In addition to my Koss KSC-75, I used Sennheiser HD202, Creative EP-640, Zune Premium headphones as well as the supplied headphones (Sony MDR-EX82). The supplied headphones are surprisingly excellent, which is apparent even before the burn-in. They are much better than the ones usually supplied with other MP3 players. I will write a separate review of the supplied headphones shortly (note: the review of Sony MDR-EX082 is now posted here).

I listened to rock, pop and classical music (mostly latter, in lossless linear PCM format). Ernest Bloch's music sounded transparent, detailed and the instrument separation was excellent. Aram Khachaturian's  Violin Concerto in D minor conducted by Aaron Rosand sounded excellent, dynamic and open.

The only slight issue I had was a minor warm coloration, which was barely noticeable. Even with it, the Sony produced the best sound of any digital music player I have used. And you the very good supplied headphones make it a out-of-the-box instant winner in terms of sound quality.

The two custom presets of graphical equalizer allowed me to customize the sound to match the frequency response of different headphones easily, virtualy transforming some of them from semi-decent to very good. The slightly hollow, slightly honky sound of Sennheiser HD202 was virtually cured in this manner, letting the HD 202 reveal its detailed sound and bass capability.

The player can play pretty loud, even with aftermarket headphones.

The radio reception is very good (the headphones have to be connected since the cord serves as an antenna, so you cannot use it as a radio through its built-in speakers with no wires attached) and the sound is also good. The radio station/frequency display is very legible and uses large lettering.


The large 2-inch screen is very sharp, colorful and is informative. The icons are good-looking. The photos look very good (surprisingly for the resolution) and the backlight is bright. The video playback, but with a 2-inch screen I don't expect to watch movies on it.


Another advantage over the iPod is the ability to navigate the directory structure directly. I frequently struggle to find any given song in my iPod Nano's memory because the search is only possible by genre, artist, album, etc. Some of my MP3s have no ID3 tags, some have them in a very non-English language, which does not help.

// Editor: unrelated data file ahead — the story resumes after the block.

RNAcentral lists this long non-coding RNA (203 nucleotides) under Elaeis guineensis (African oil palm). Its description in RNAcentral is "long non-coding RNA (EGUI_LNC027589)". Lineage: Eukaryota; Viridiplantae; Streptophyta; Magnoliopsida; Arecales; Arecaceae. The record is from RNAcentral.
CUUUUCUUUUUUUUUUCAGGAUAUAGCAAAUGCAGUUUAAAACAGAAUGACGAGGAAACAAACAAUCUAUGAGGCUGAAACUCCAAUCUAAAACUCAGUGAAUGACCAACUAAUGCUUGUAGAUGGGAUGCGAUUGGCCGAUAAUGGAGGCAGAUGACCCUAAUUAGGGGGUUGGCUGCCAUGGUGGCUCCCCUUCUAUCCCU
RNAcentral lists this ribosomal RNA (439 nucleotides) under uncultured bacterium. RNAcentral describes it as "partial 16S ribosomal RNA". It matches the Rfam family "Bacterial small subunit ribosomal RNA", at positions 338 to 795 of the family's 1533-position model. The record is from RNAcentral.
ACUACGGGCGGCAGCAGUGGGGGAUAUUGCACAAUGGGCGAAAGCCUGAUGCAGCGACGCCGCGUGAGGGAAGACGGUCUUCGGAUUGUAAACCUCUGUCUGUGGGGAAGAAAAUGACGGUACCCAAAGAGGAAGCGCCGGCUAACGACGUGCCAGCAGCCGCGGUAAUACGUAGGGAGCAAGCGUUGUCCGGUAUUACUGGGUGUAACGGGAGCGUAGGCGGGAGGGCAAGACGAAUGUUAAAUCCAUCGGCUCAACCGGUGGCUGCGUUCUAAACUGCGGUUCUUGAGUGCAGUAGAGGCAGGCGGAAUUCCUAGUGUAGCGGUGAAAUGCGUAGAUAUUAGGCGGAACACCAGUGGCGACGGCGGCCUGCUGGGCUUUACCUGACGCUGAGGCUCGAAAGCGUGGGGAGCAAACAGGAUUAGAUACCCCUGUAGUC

The Sony lets you find the song you want to play in its directory tree simply by navigating it. Or you can navigate by Artist, Genre, year, etc. There is even a feature that organizes your music by beats per minute.


The battery lasts up to 50 hours, depending on the screen usage, volume and functions used and can be fully charged in 3 hours. Awesome!


The player is compact and rather light, but feels solid. It has a stylish black aluminum body with controls requiring reasonable amount of force to operate.

USB Speed 

The player has USB 2.0 High-speed interface, which is fast..

Pros: Excellent sound, great included headphones, useful sound enhancements, 50-hour battery, 16 GB, great LCD
Cons: No lossless WMA (but lossless WAV)


With sound quality better than most MP3 players, including iPods and low price, large screen, 16-GB capacity and the battery that lasts up to 50 hours in a compact package, the Sony S639F is an excellent choice. It even comes with excellent headphones. I highly recommend it.

Creative Technology EP-630 In-Ear Headphones - Good Sound, Insulation, Durability and Comfort

I must be a compulsive headphone buyer. I have a lot of headphones at home, most inexpensive and not all are being used. Some of the examples in my "collection" includes headphones such as Sennheiser HD201, Sennheiser HD202, Koss KSC75, Koss SparkPlug, Philips HS500, Creative EP-640, Microsoft Zune Premium JDA00001 headphones, Sony MDR-EX082 and a few others.

The headphones I currently use most frequently are the Koss KSC75 (when running or when I need no sound insulation), Zune Premium JDA00001 and Sony MDR-EX082, the latter three are compact, noise-insulating designs.

I already have the Creative EP-640 and use it at times. Recently I bought the Creative EP-630 and found it to be similar. Perhaps you can never have enough headphones. Perhaps I should stop browsing web sites that have headphones.

I have burned the EP-630 in for close to 60 hours, knowing that most headphones do not sound their best until a few dozen hours of burn-in.

What is Creative EP-630?

The Creative EP-630 is a Creative's model of in-ear headphones. They come with a small carrying bag, with three types of ear pads (medium size installed on the headphones, small and large supplied). The EP-630 comes in several colors, including black, pink and others.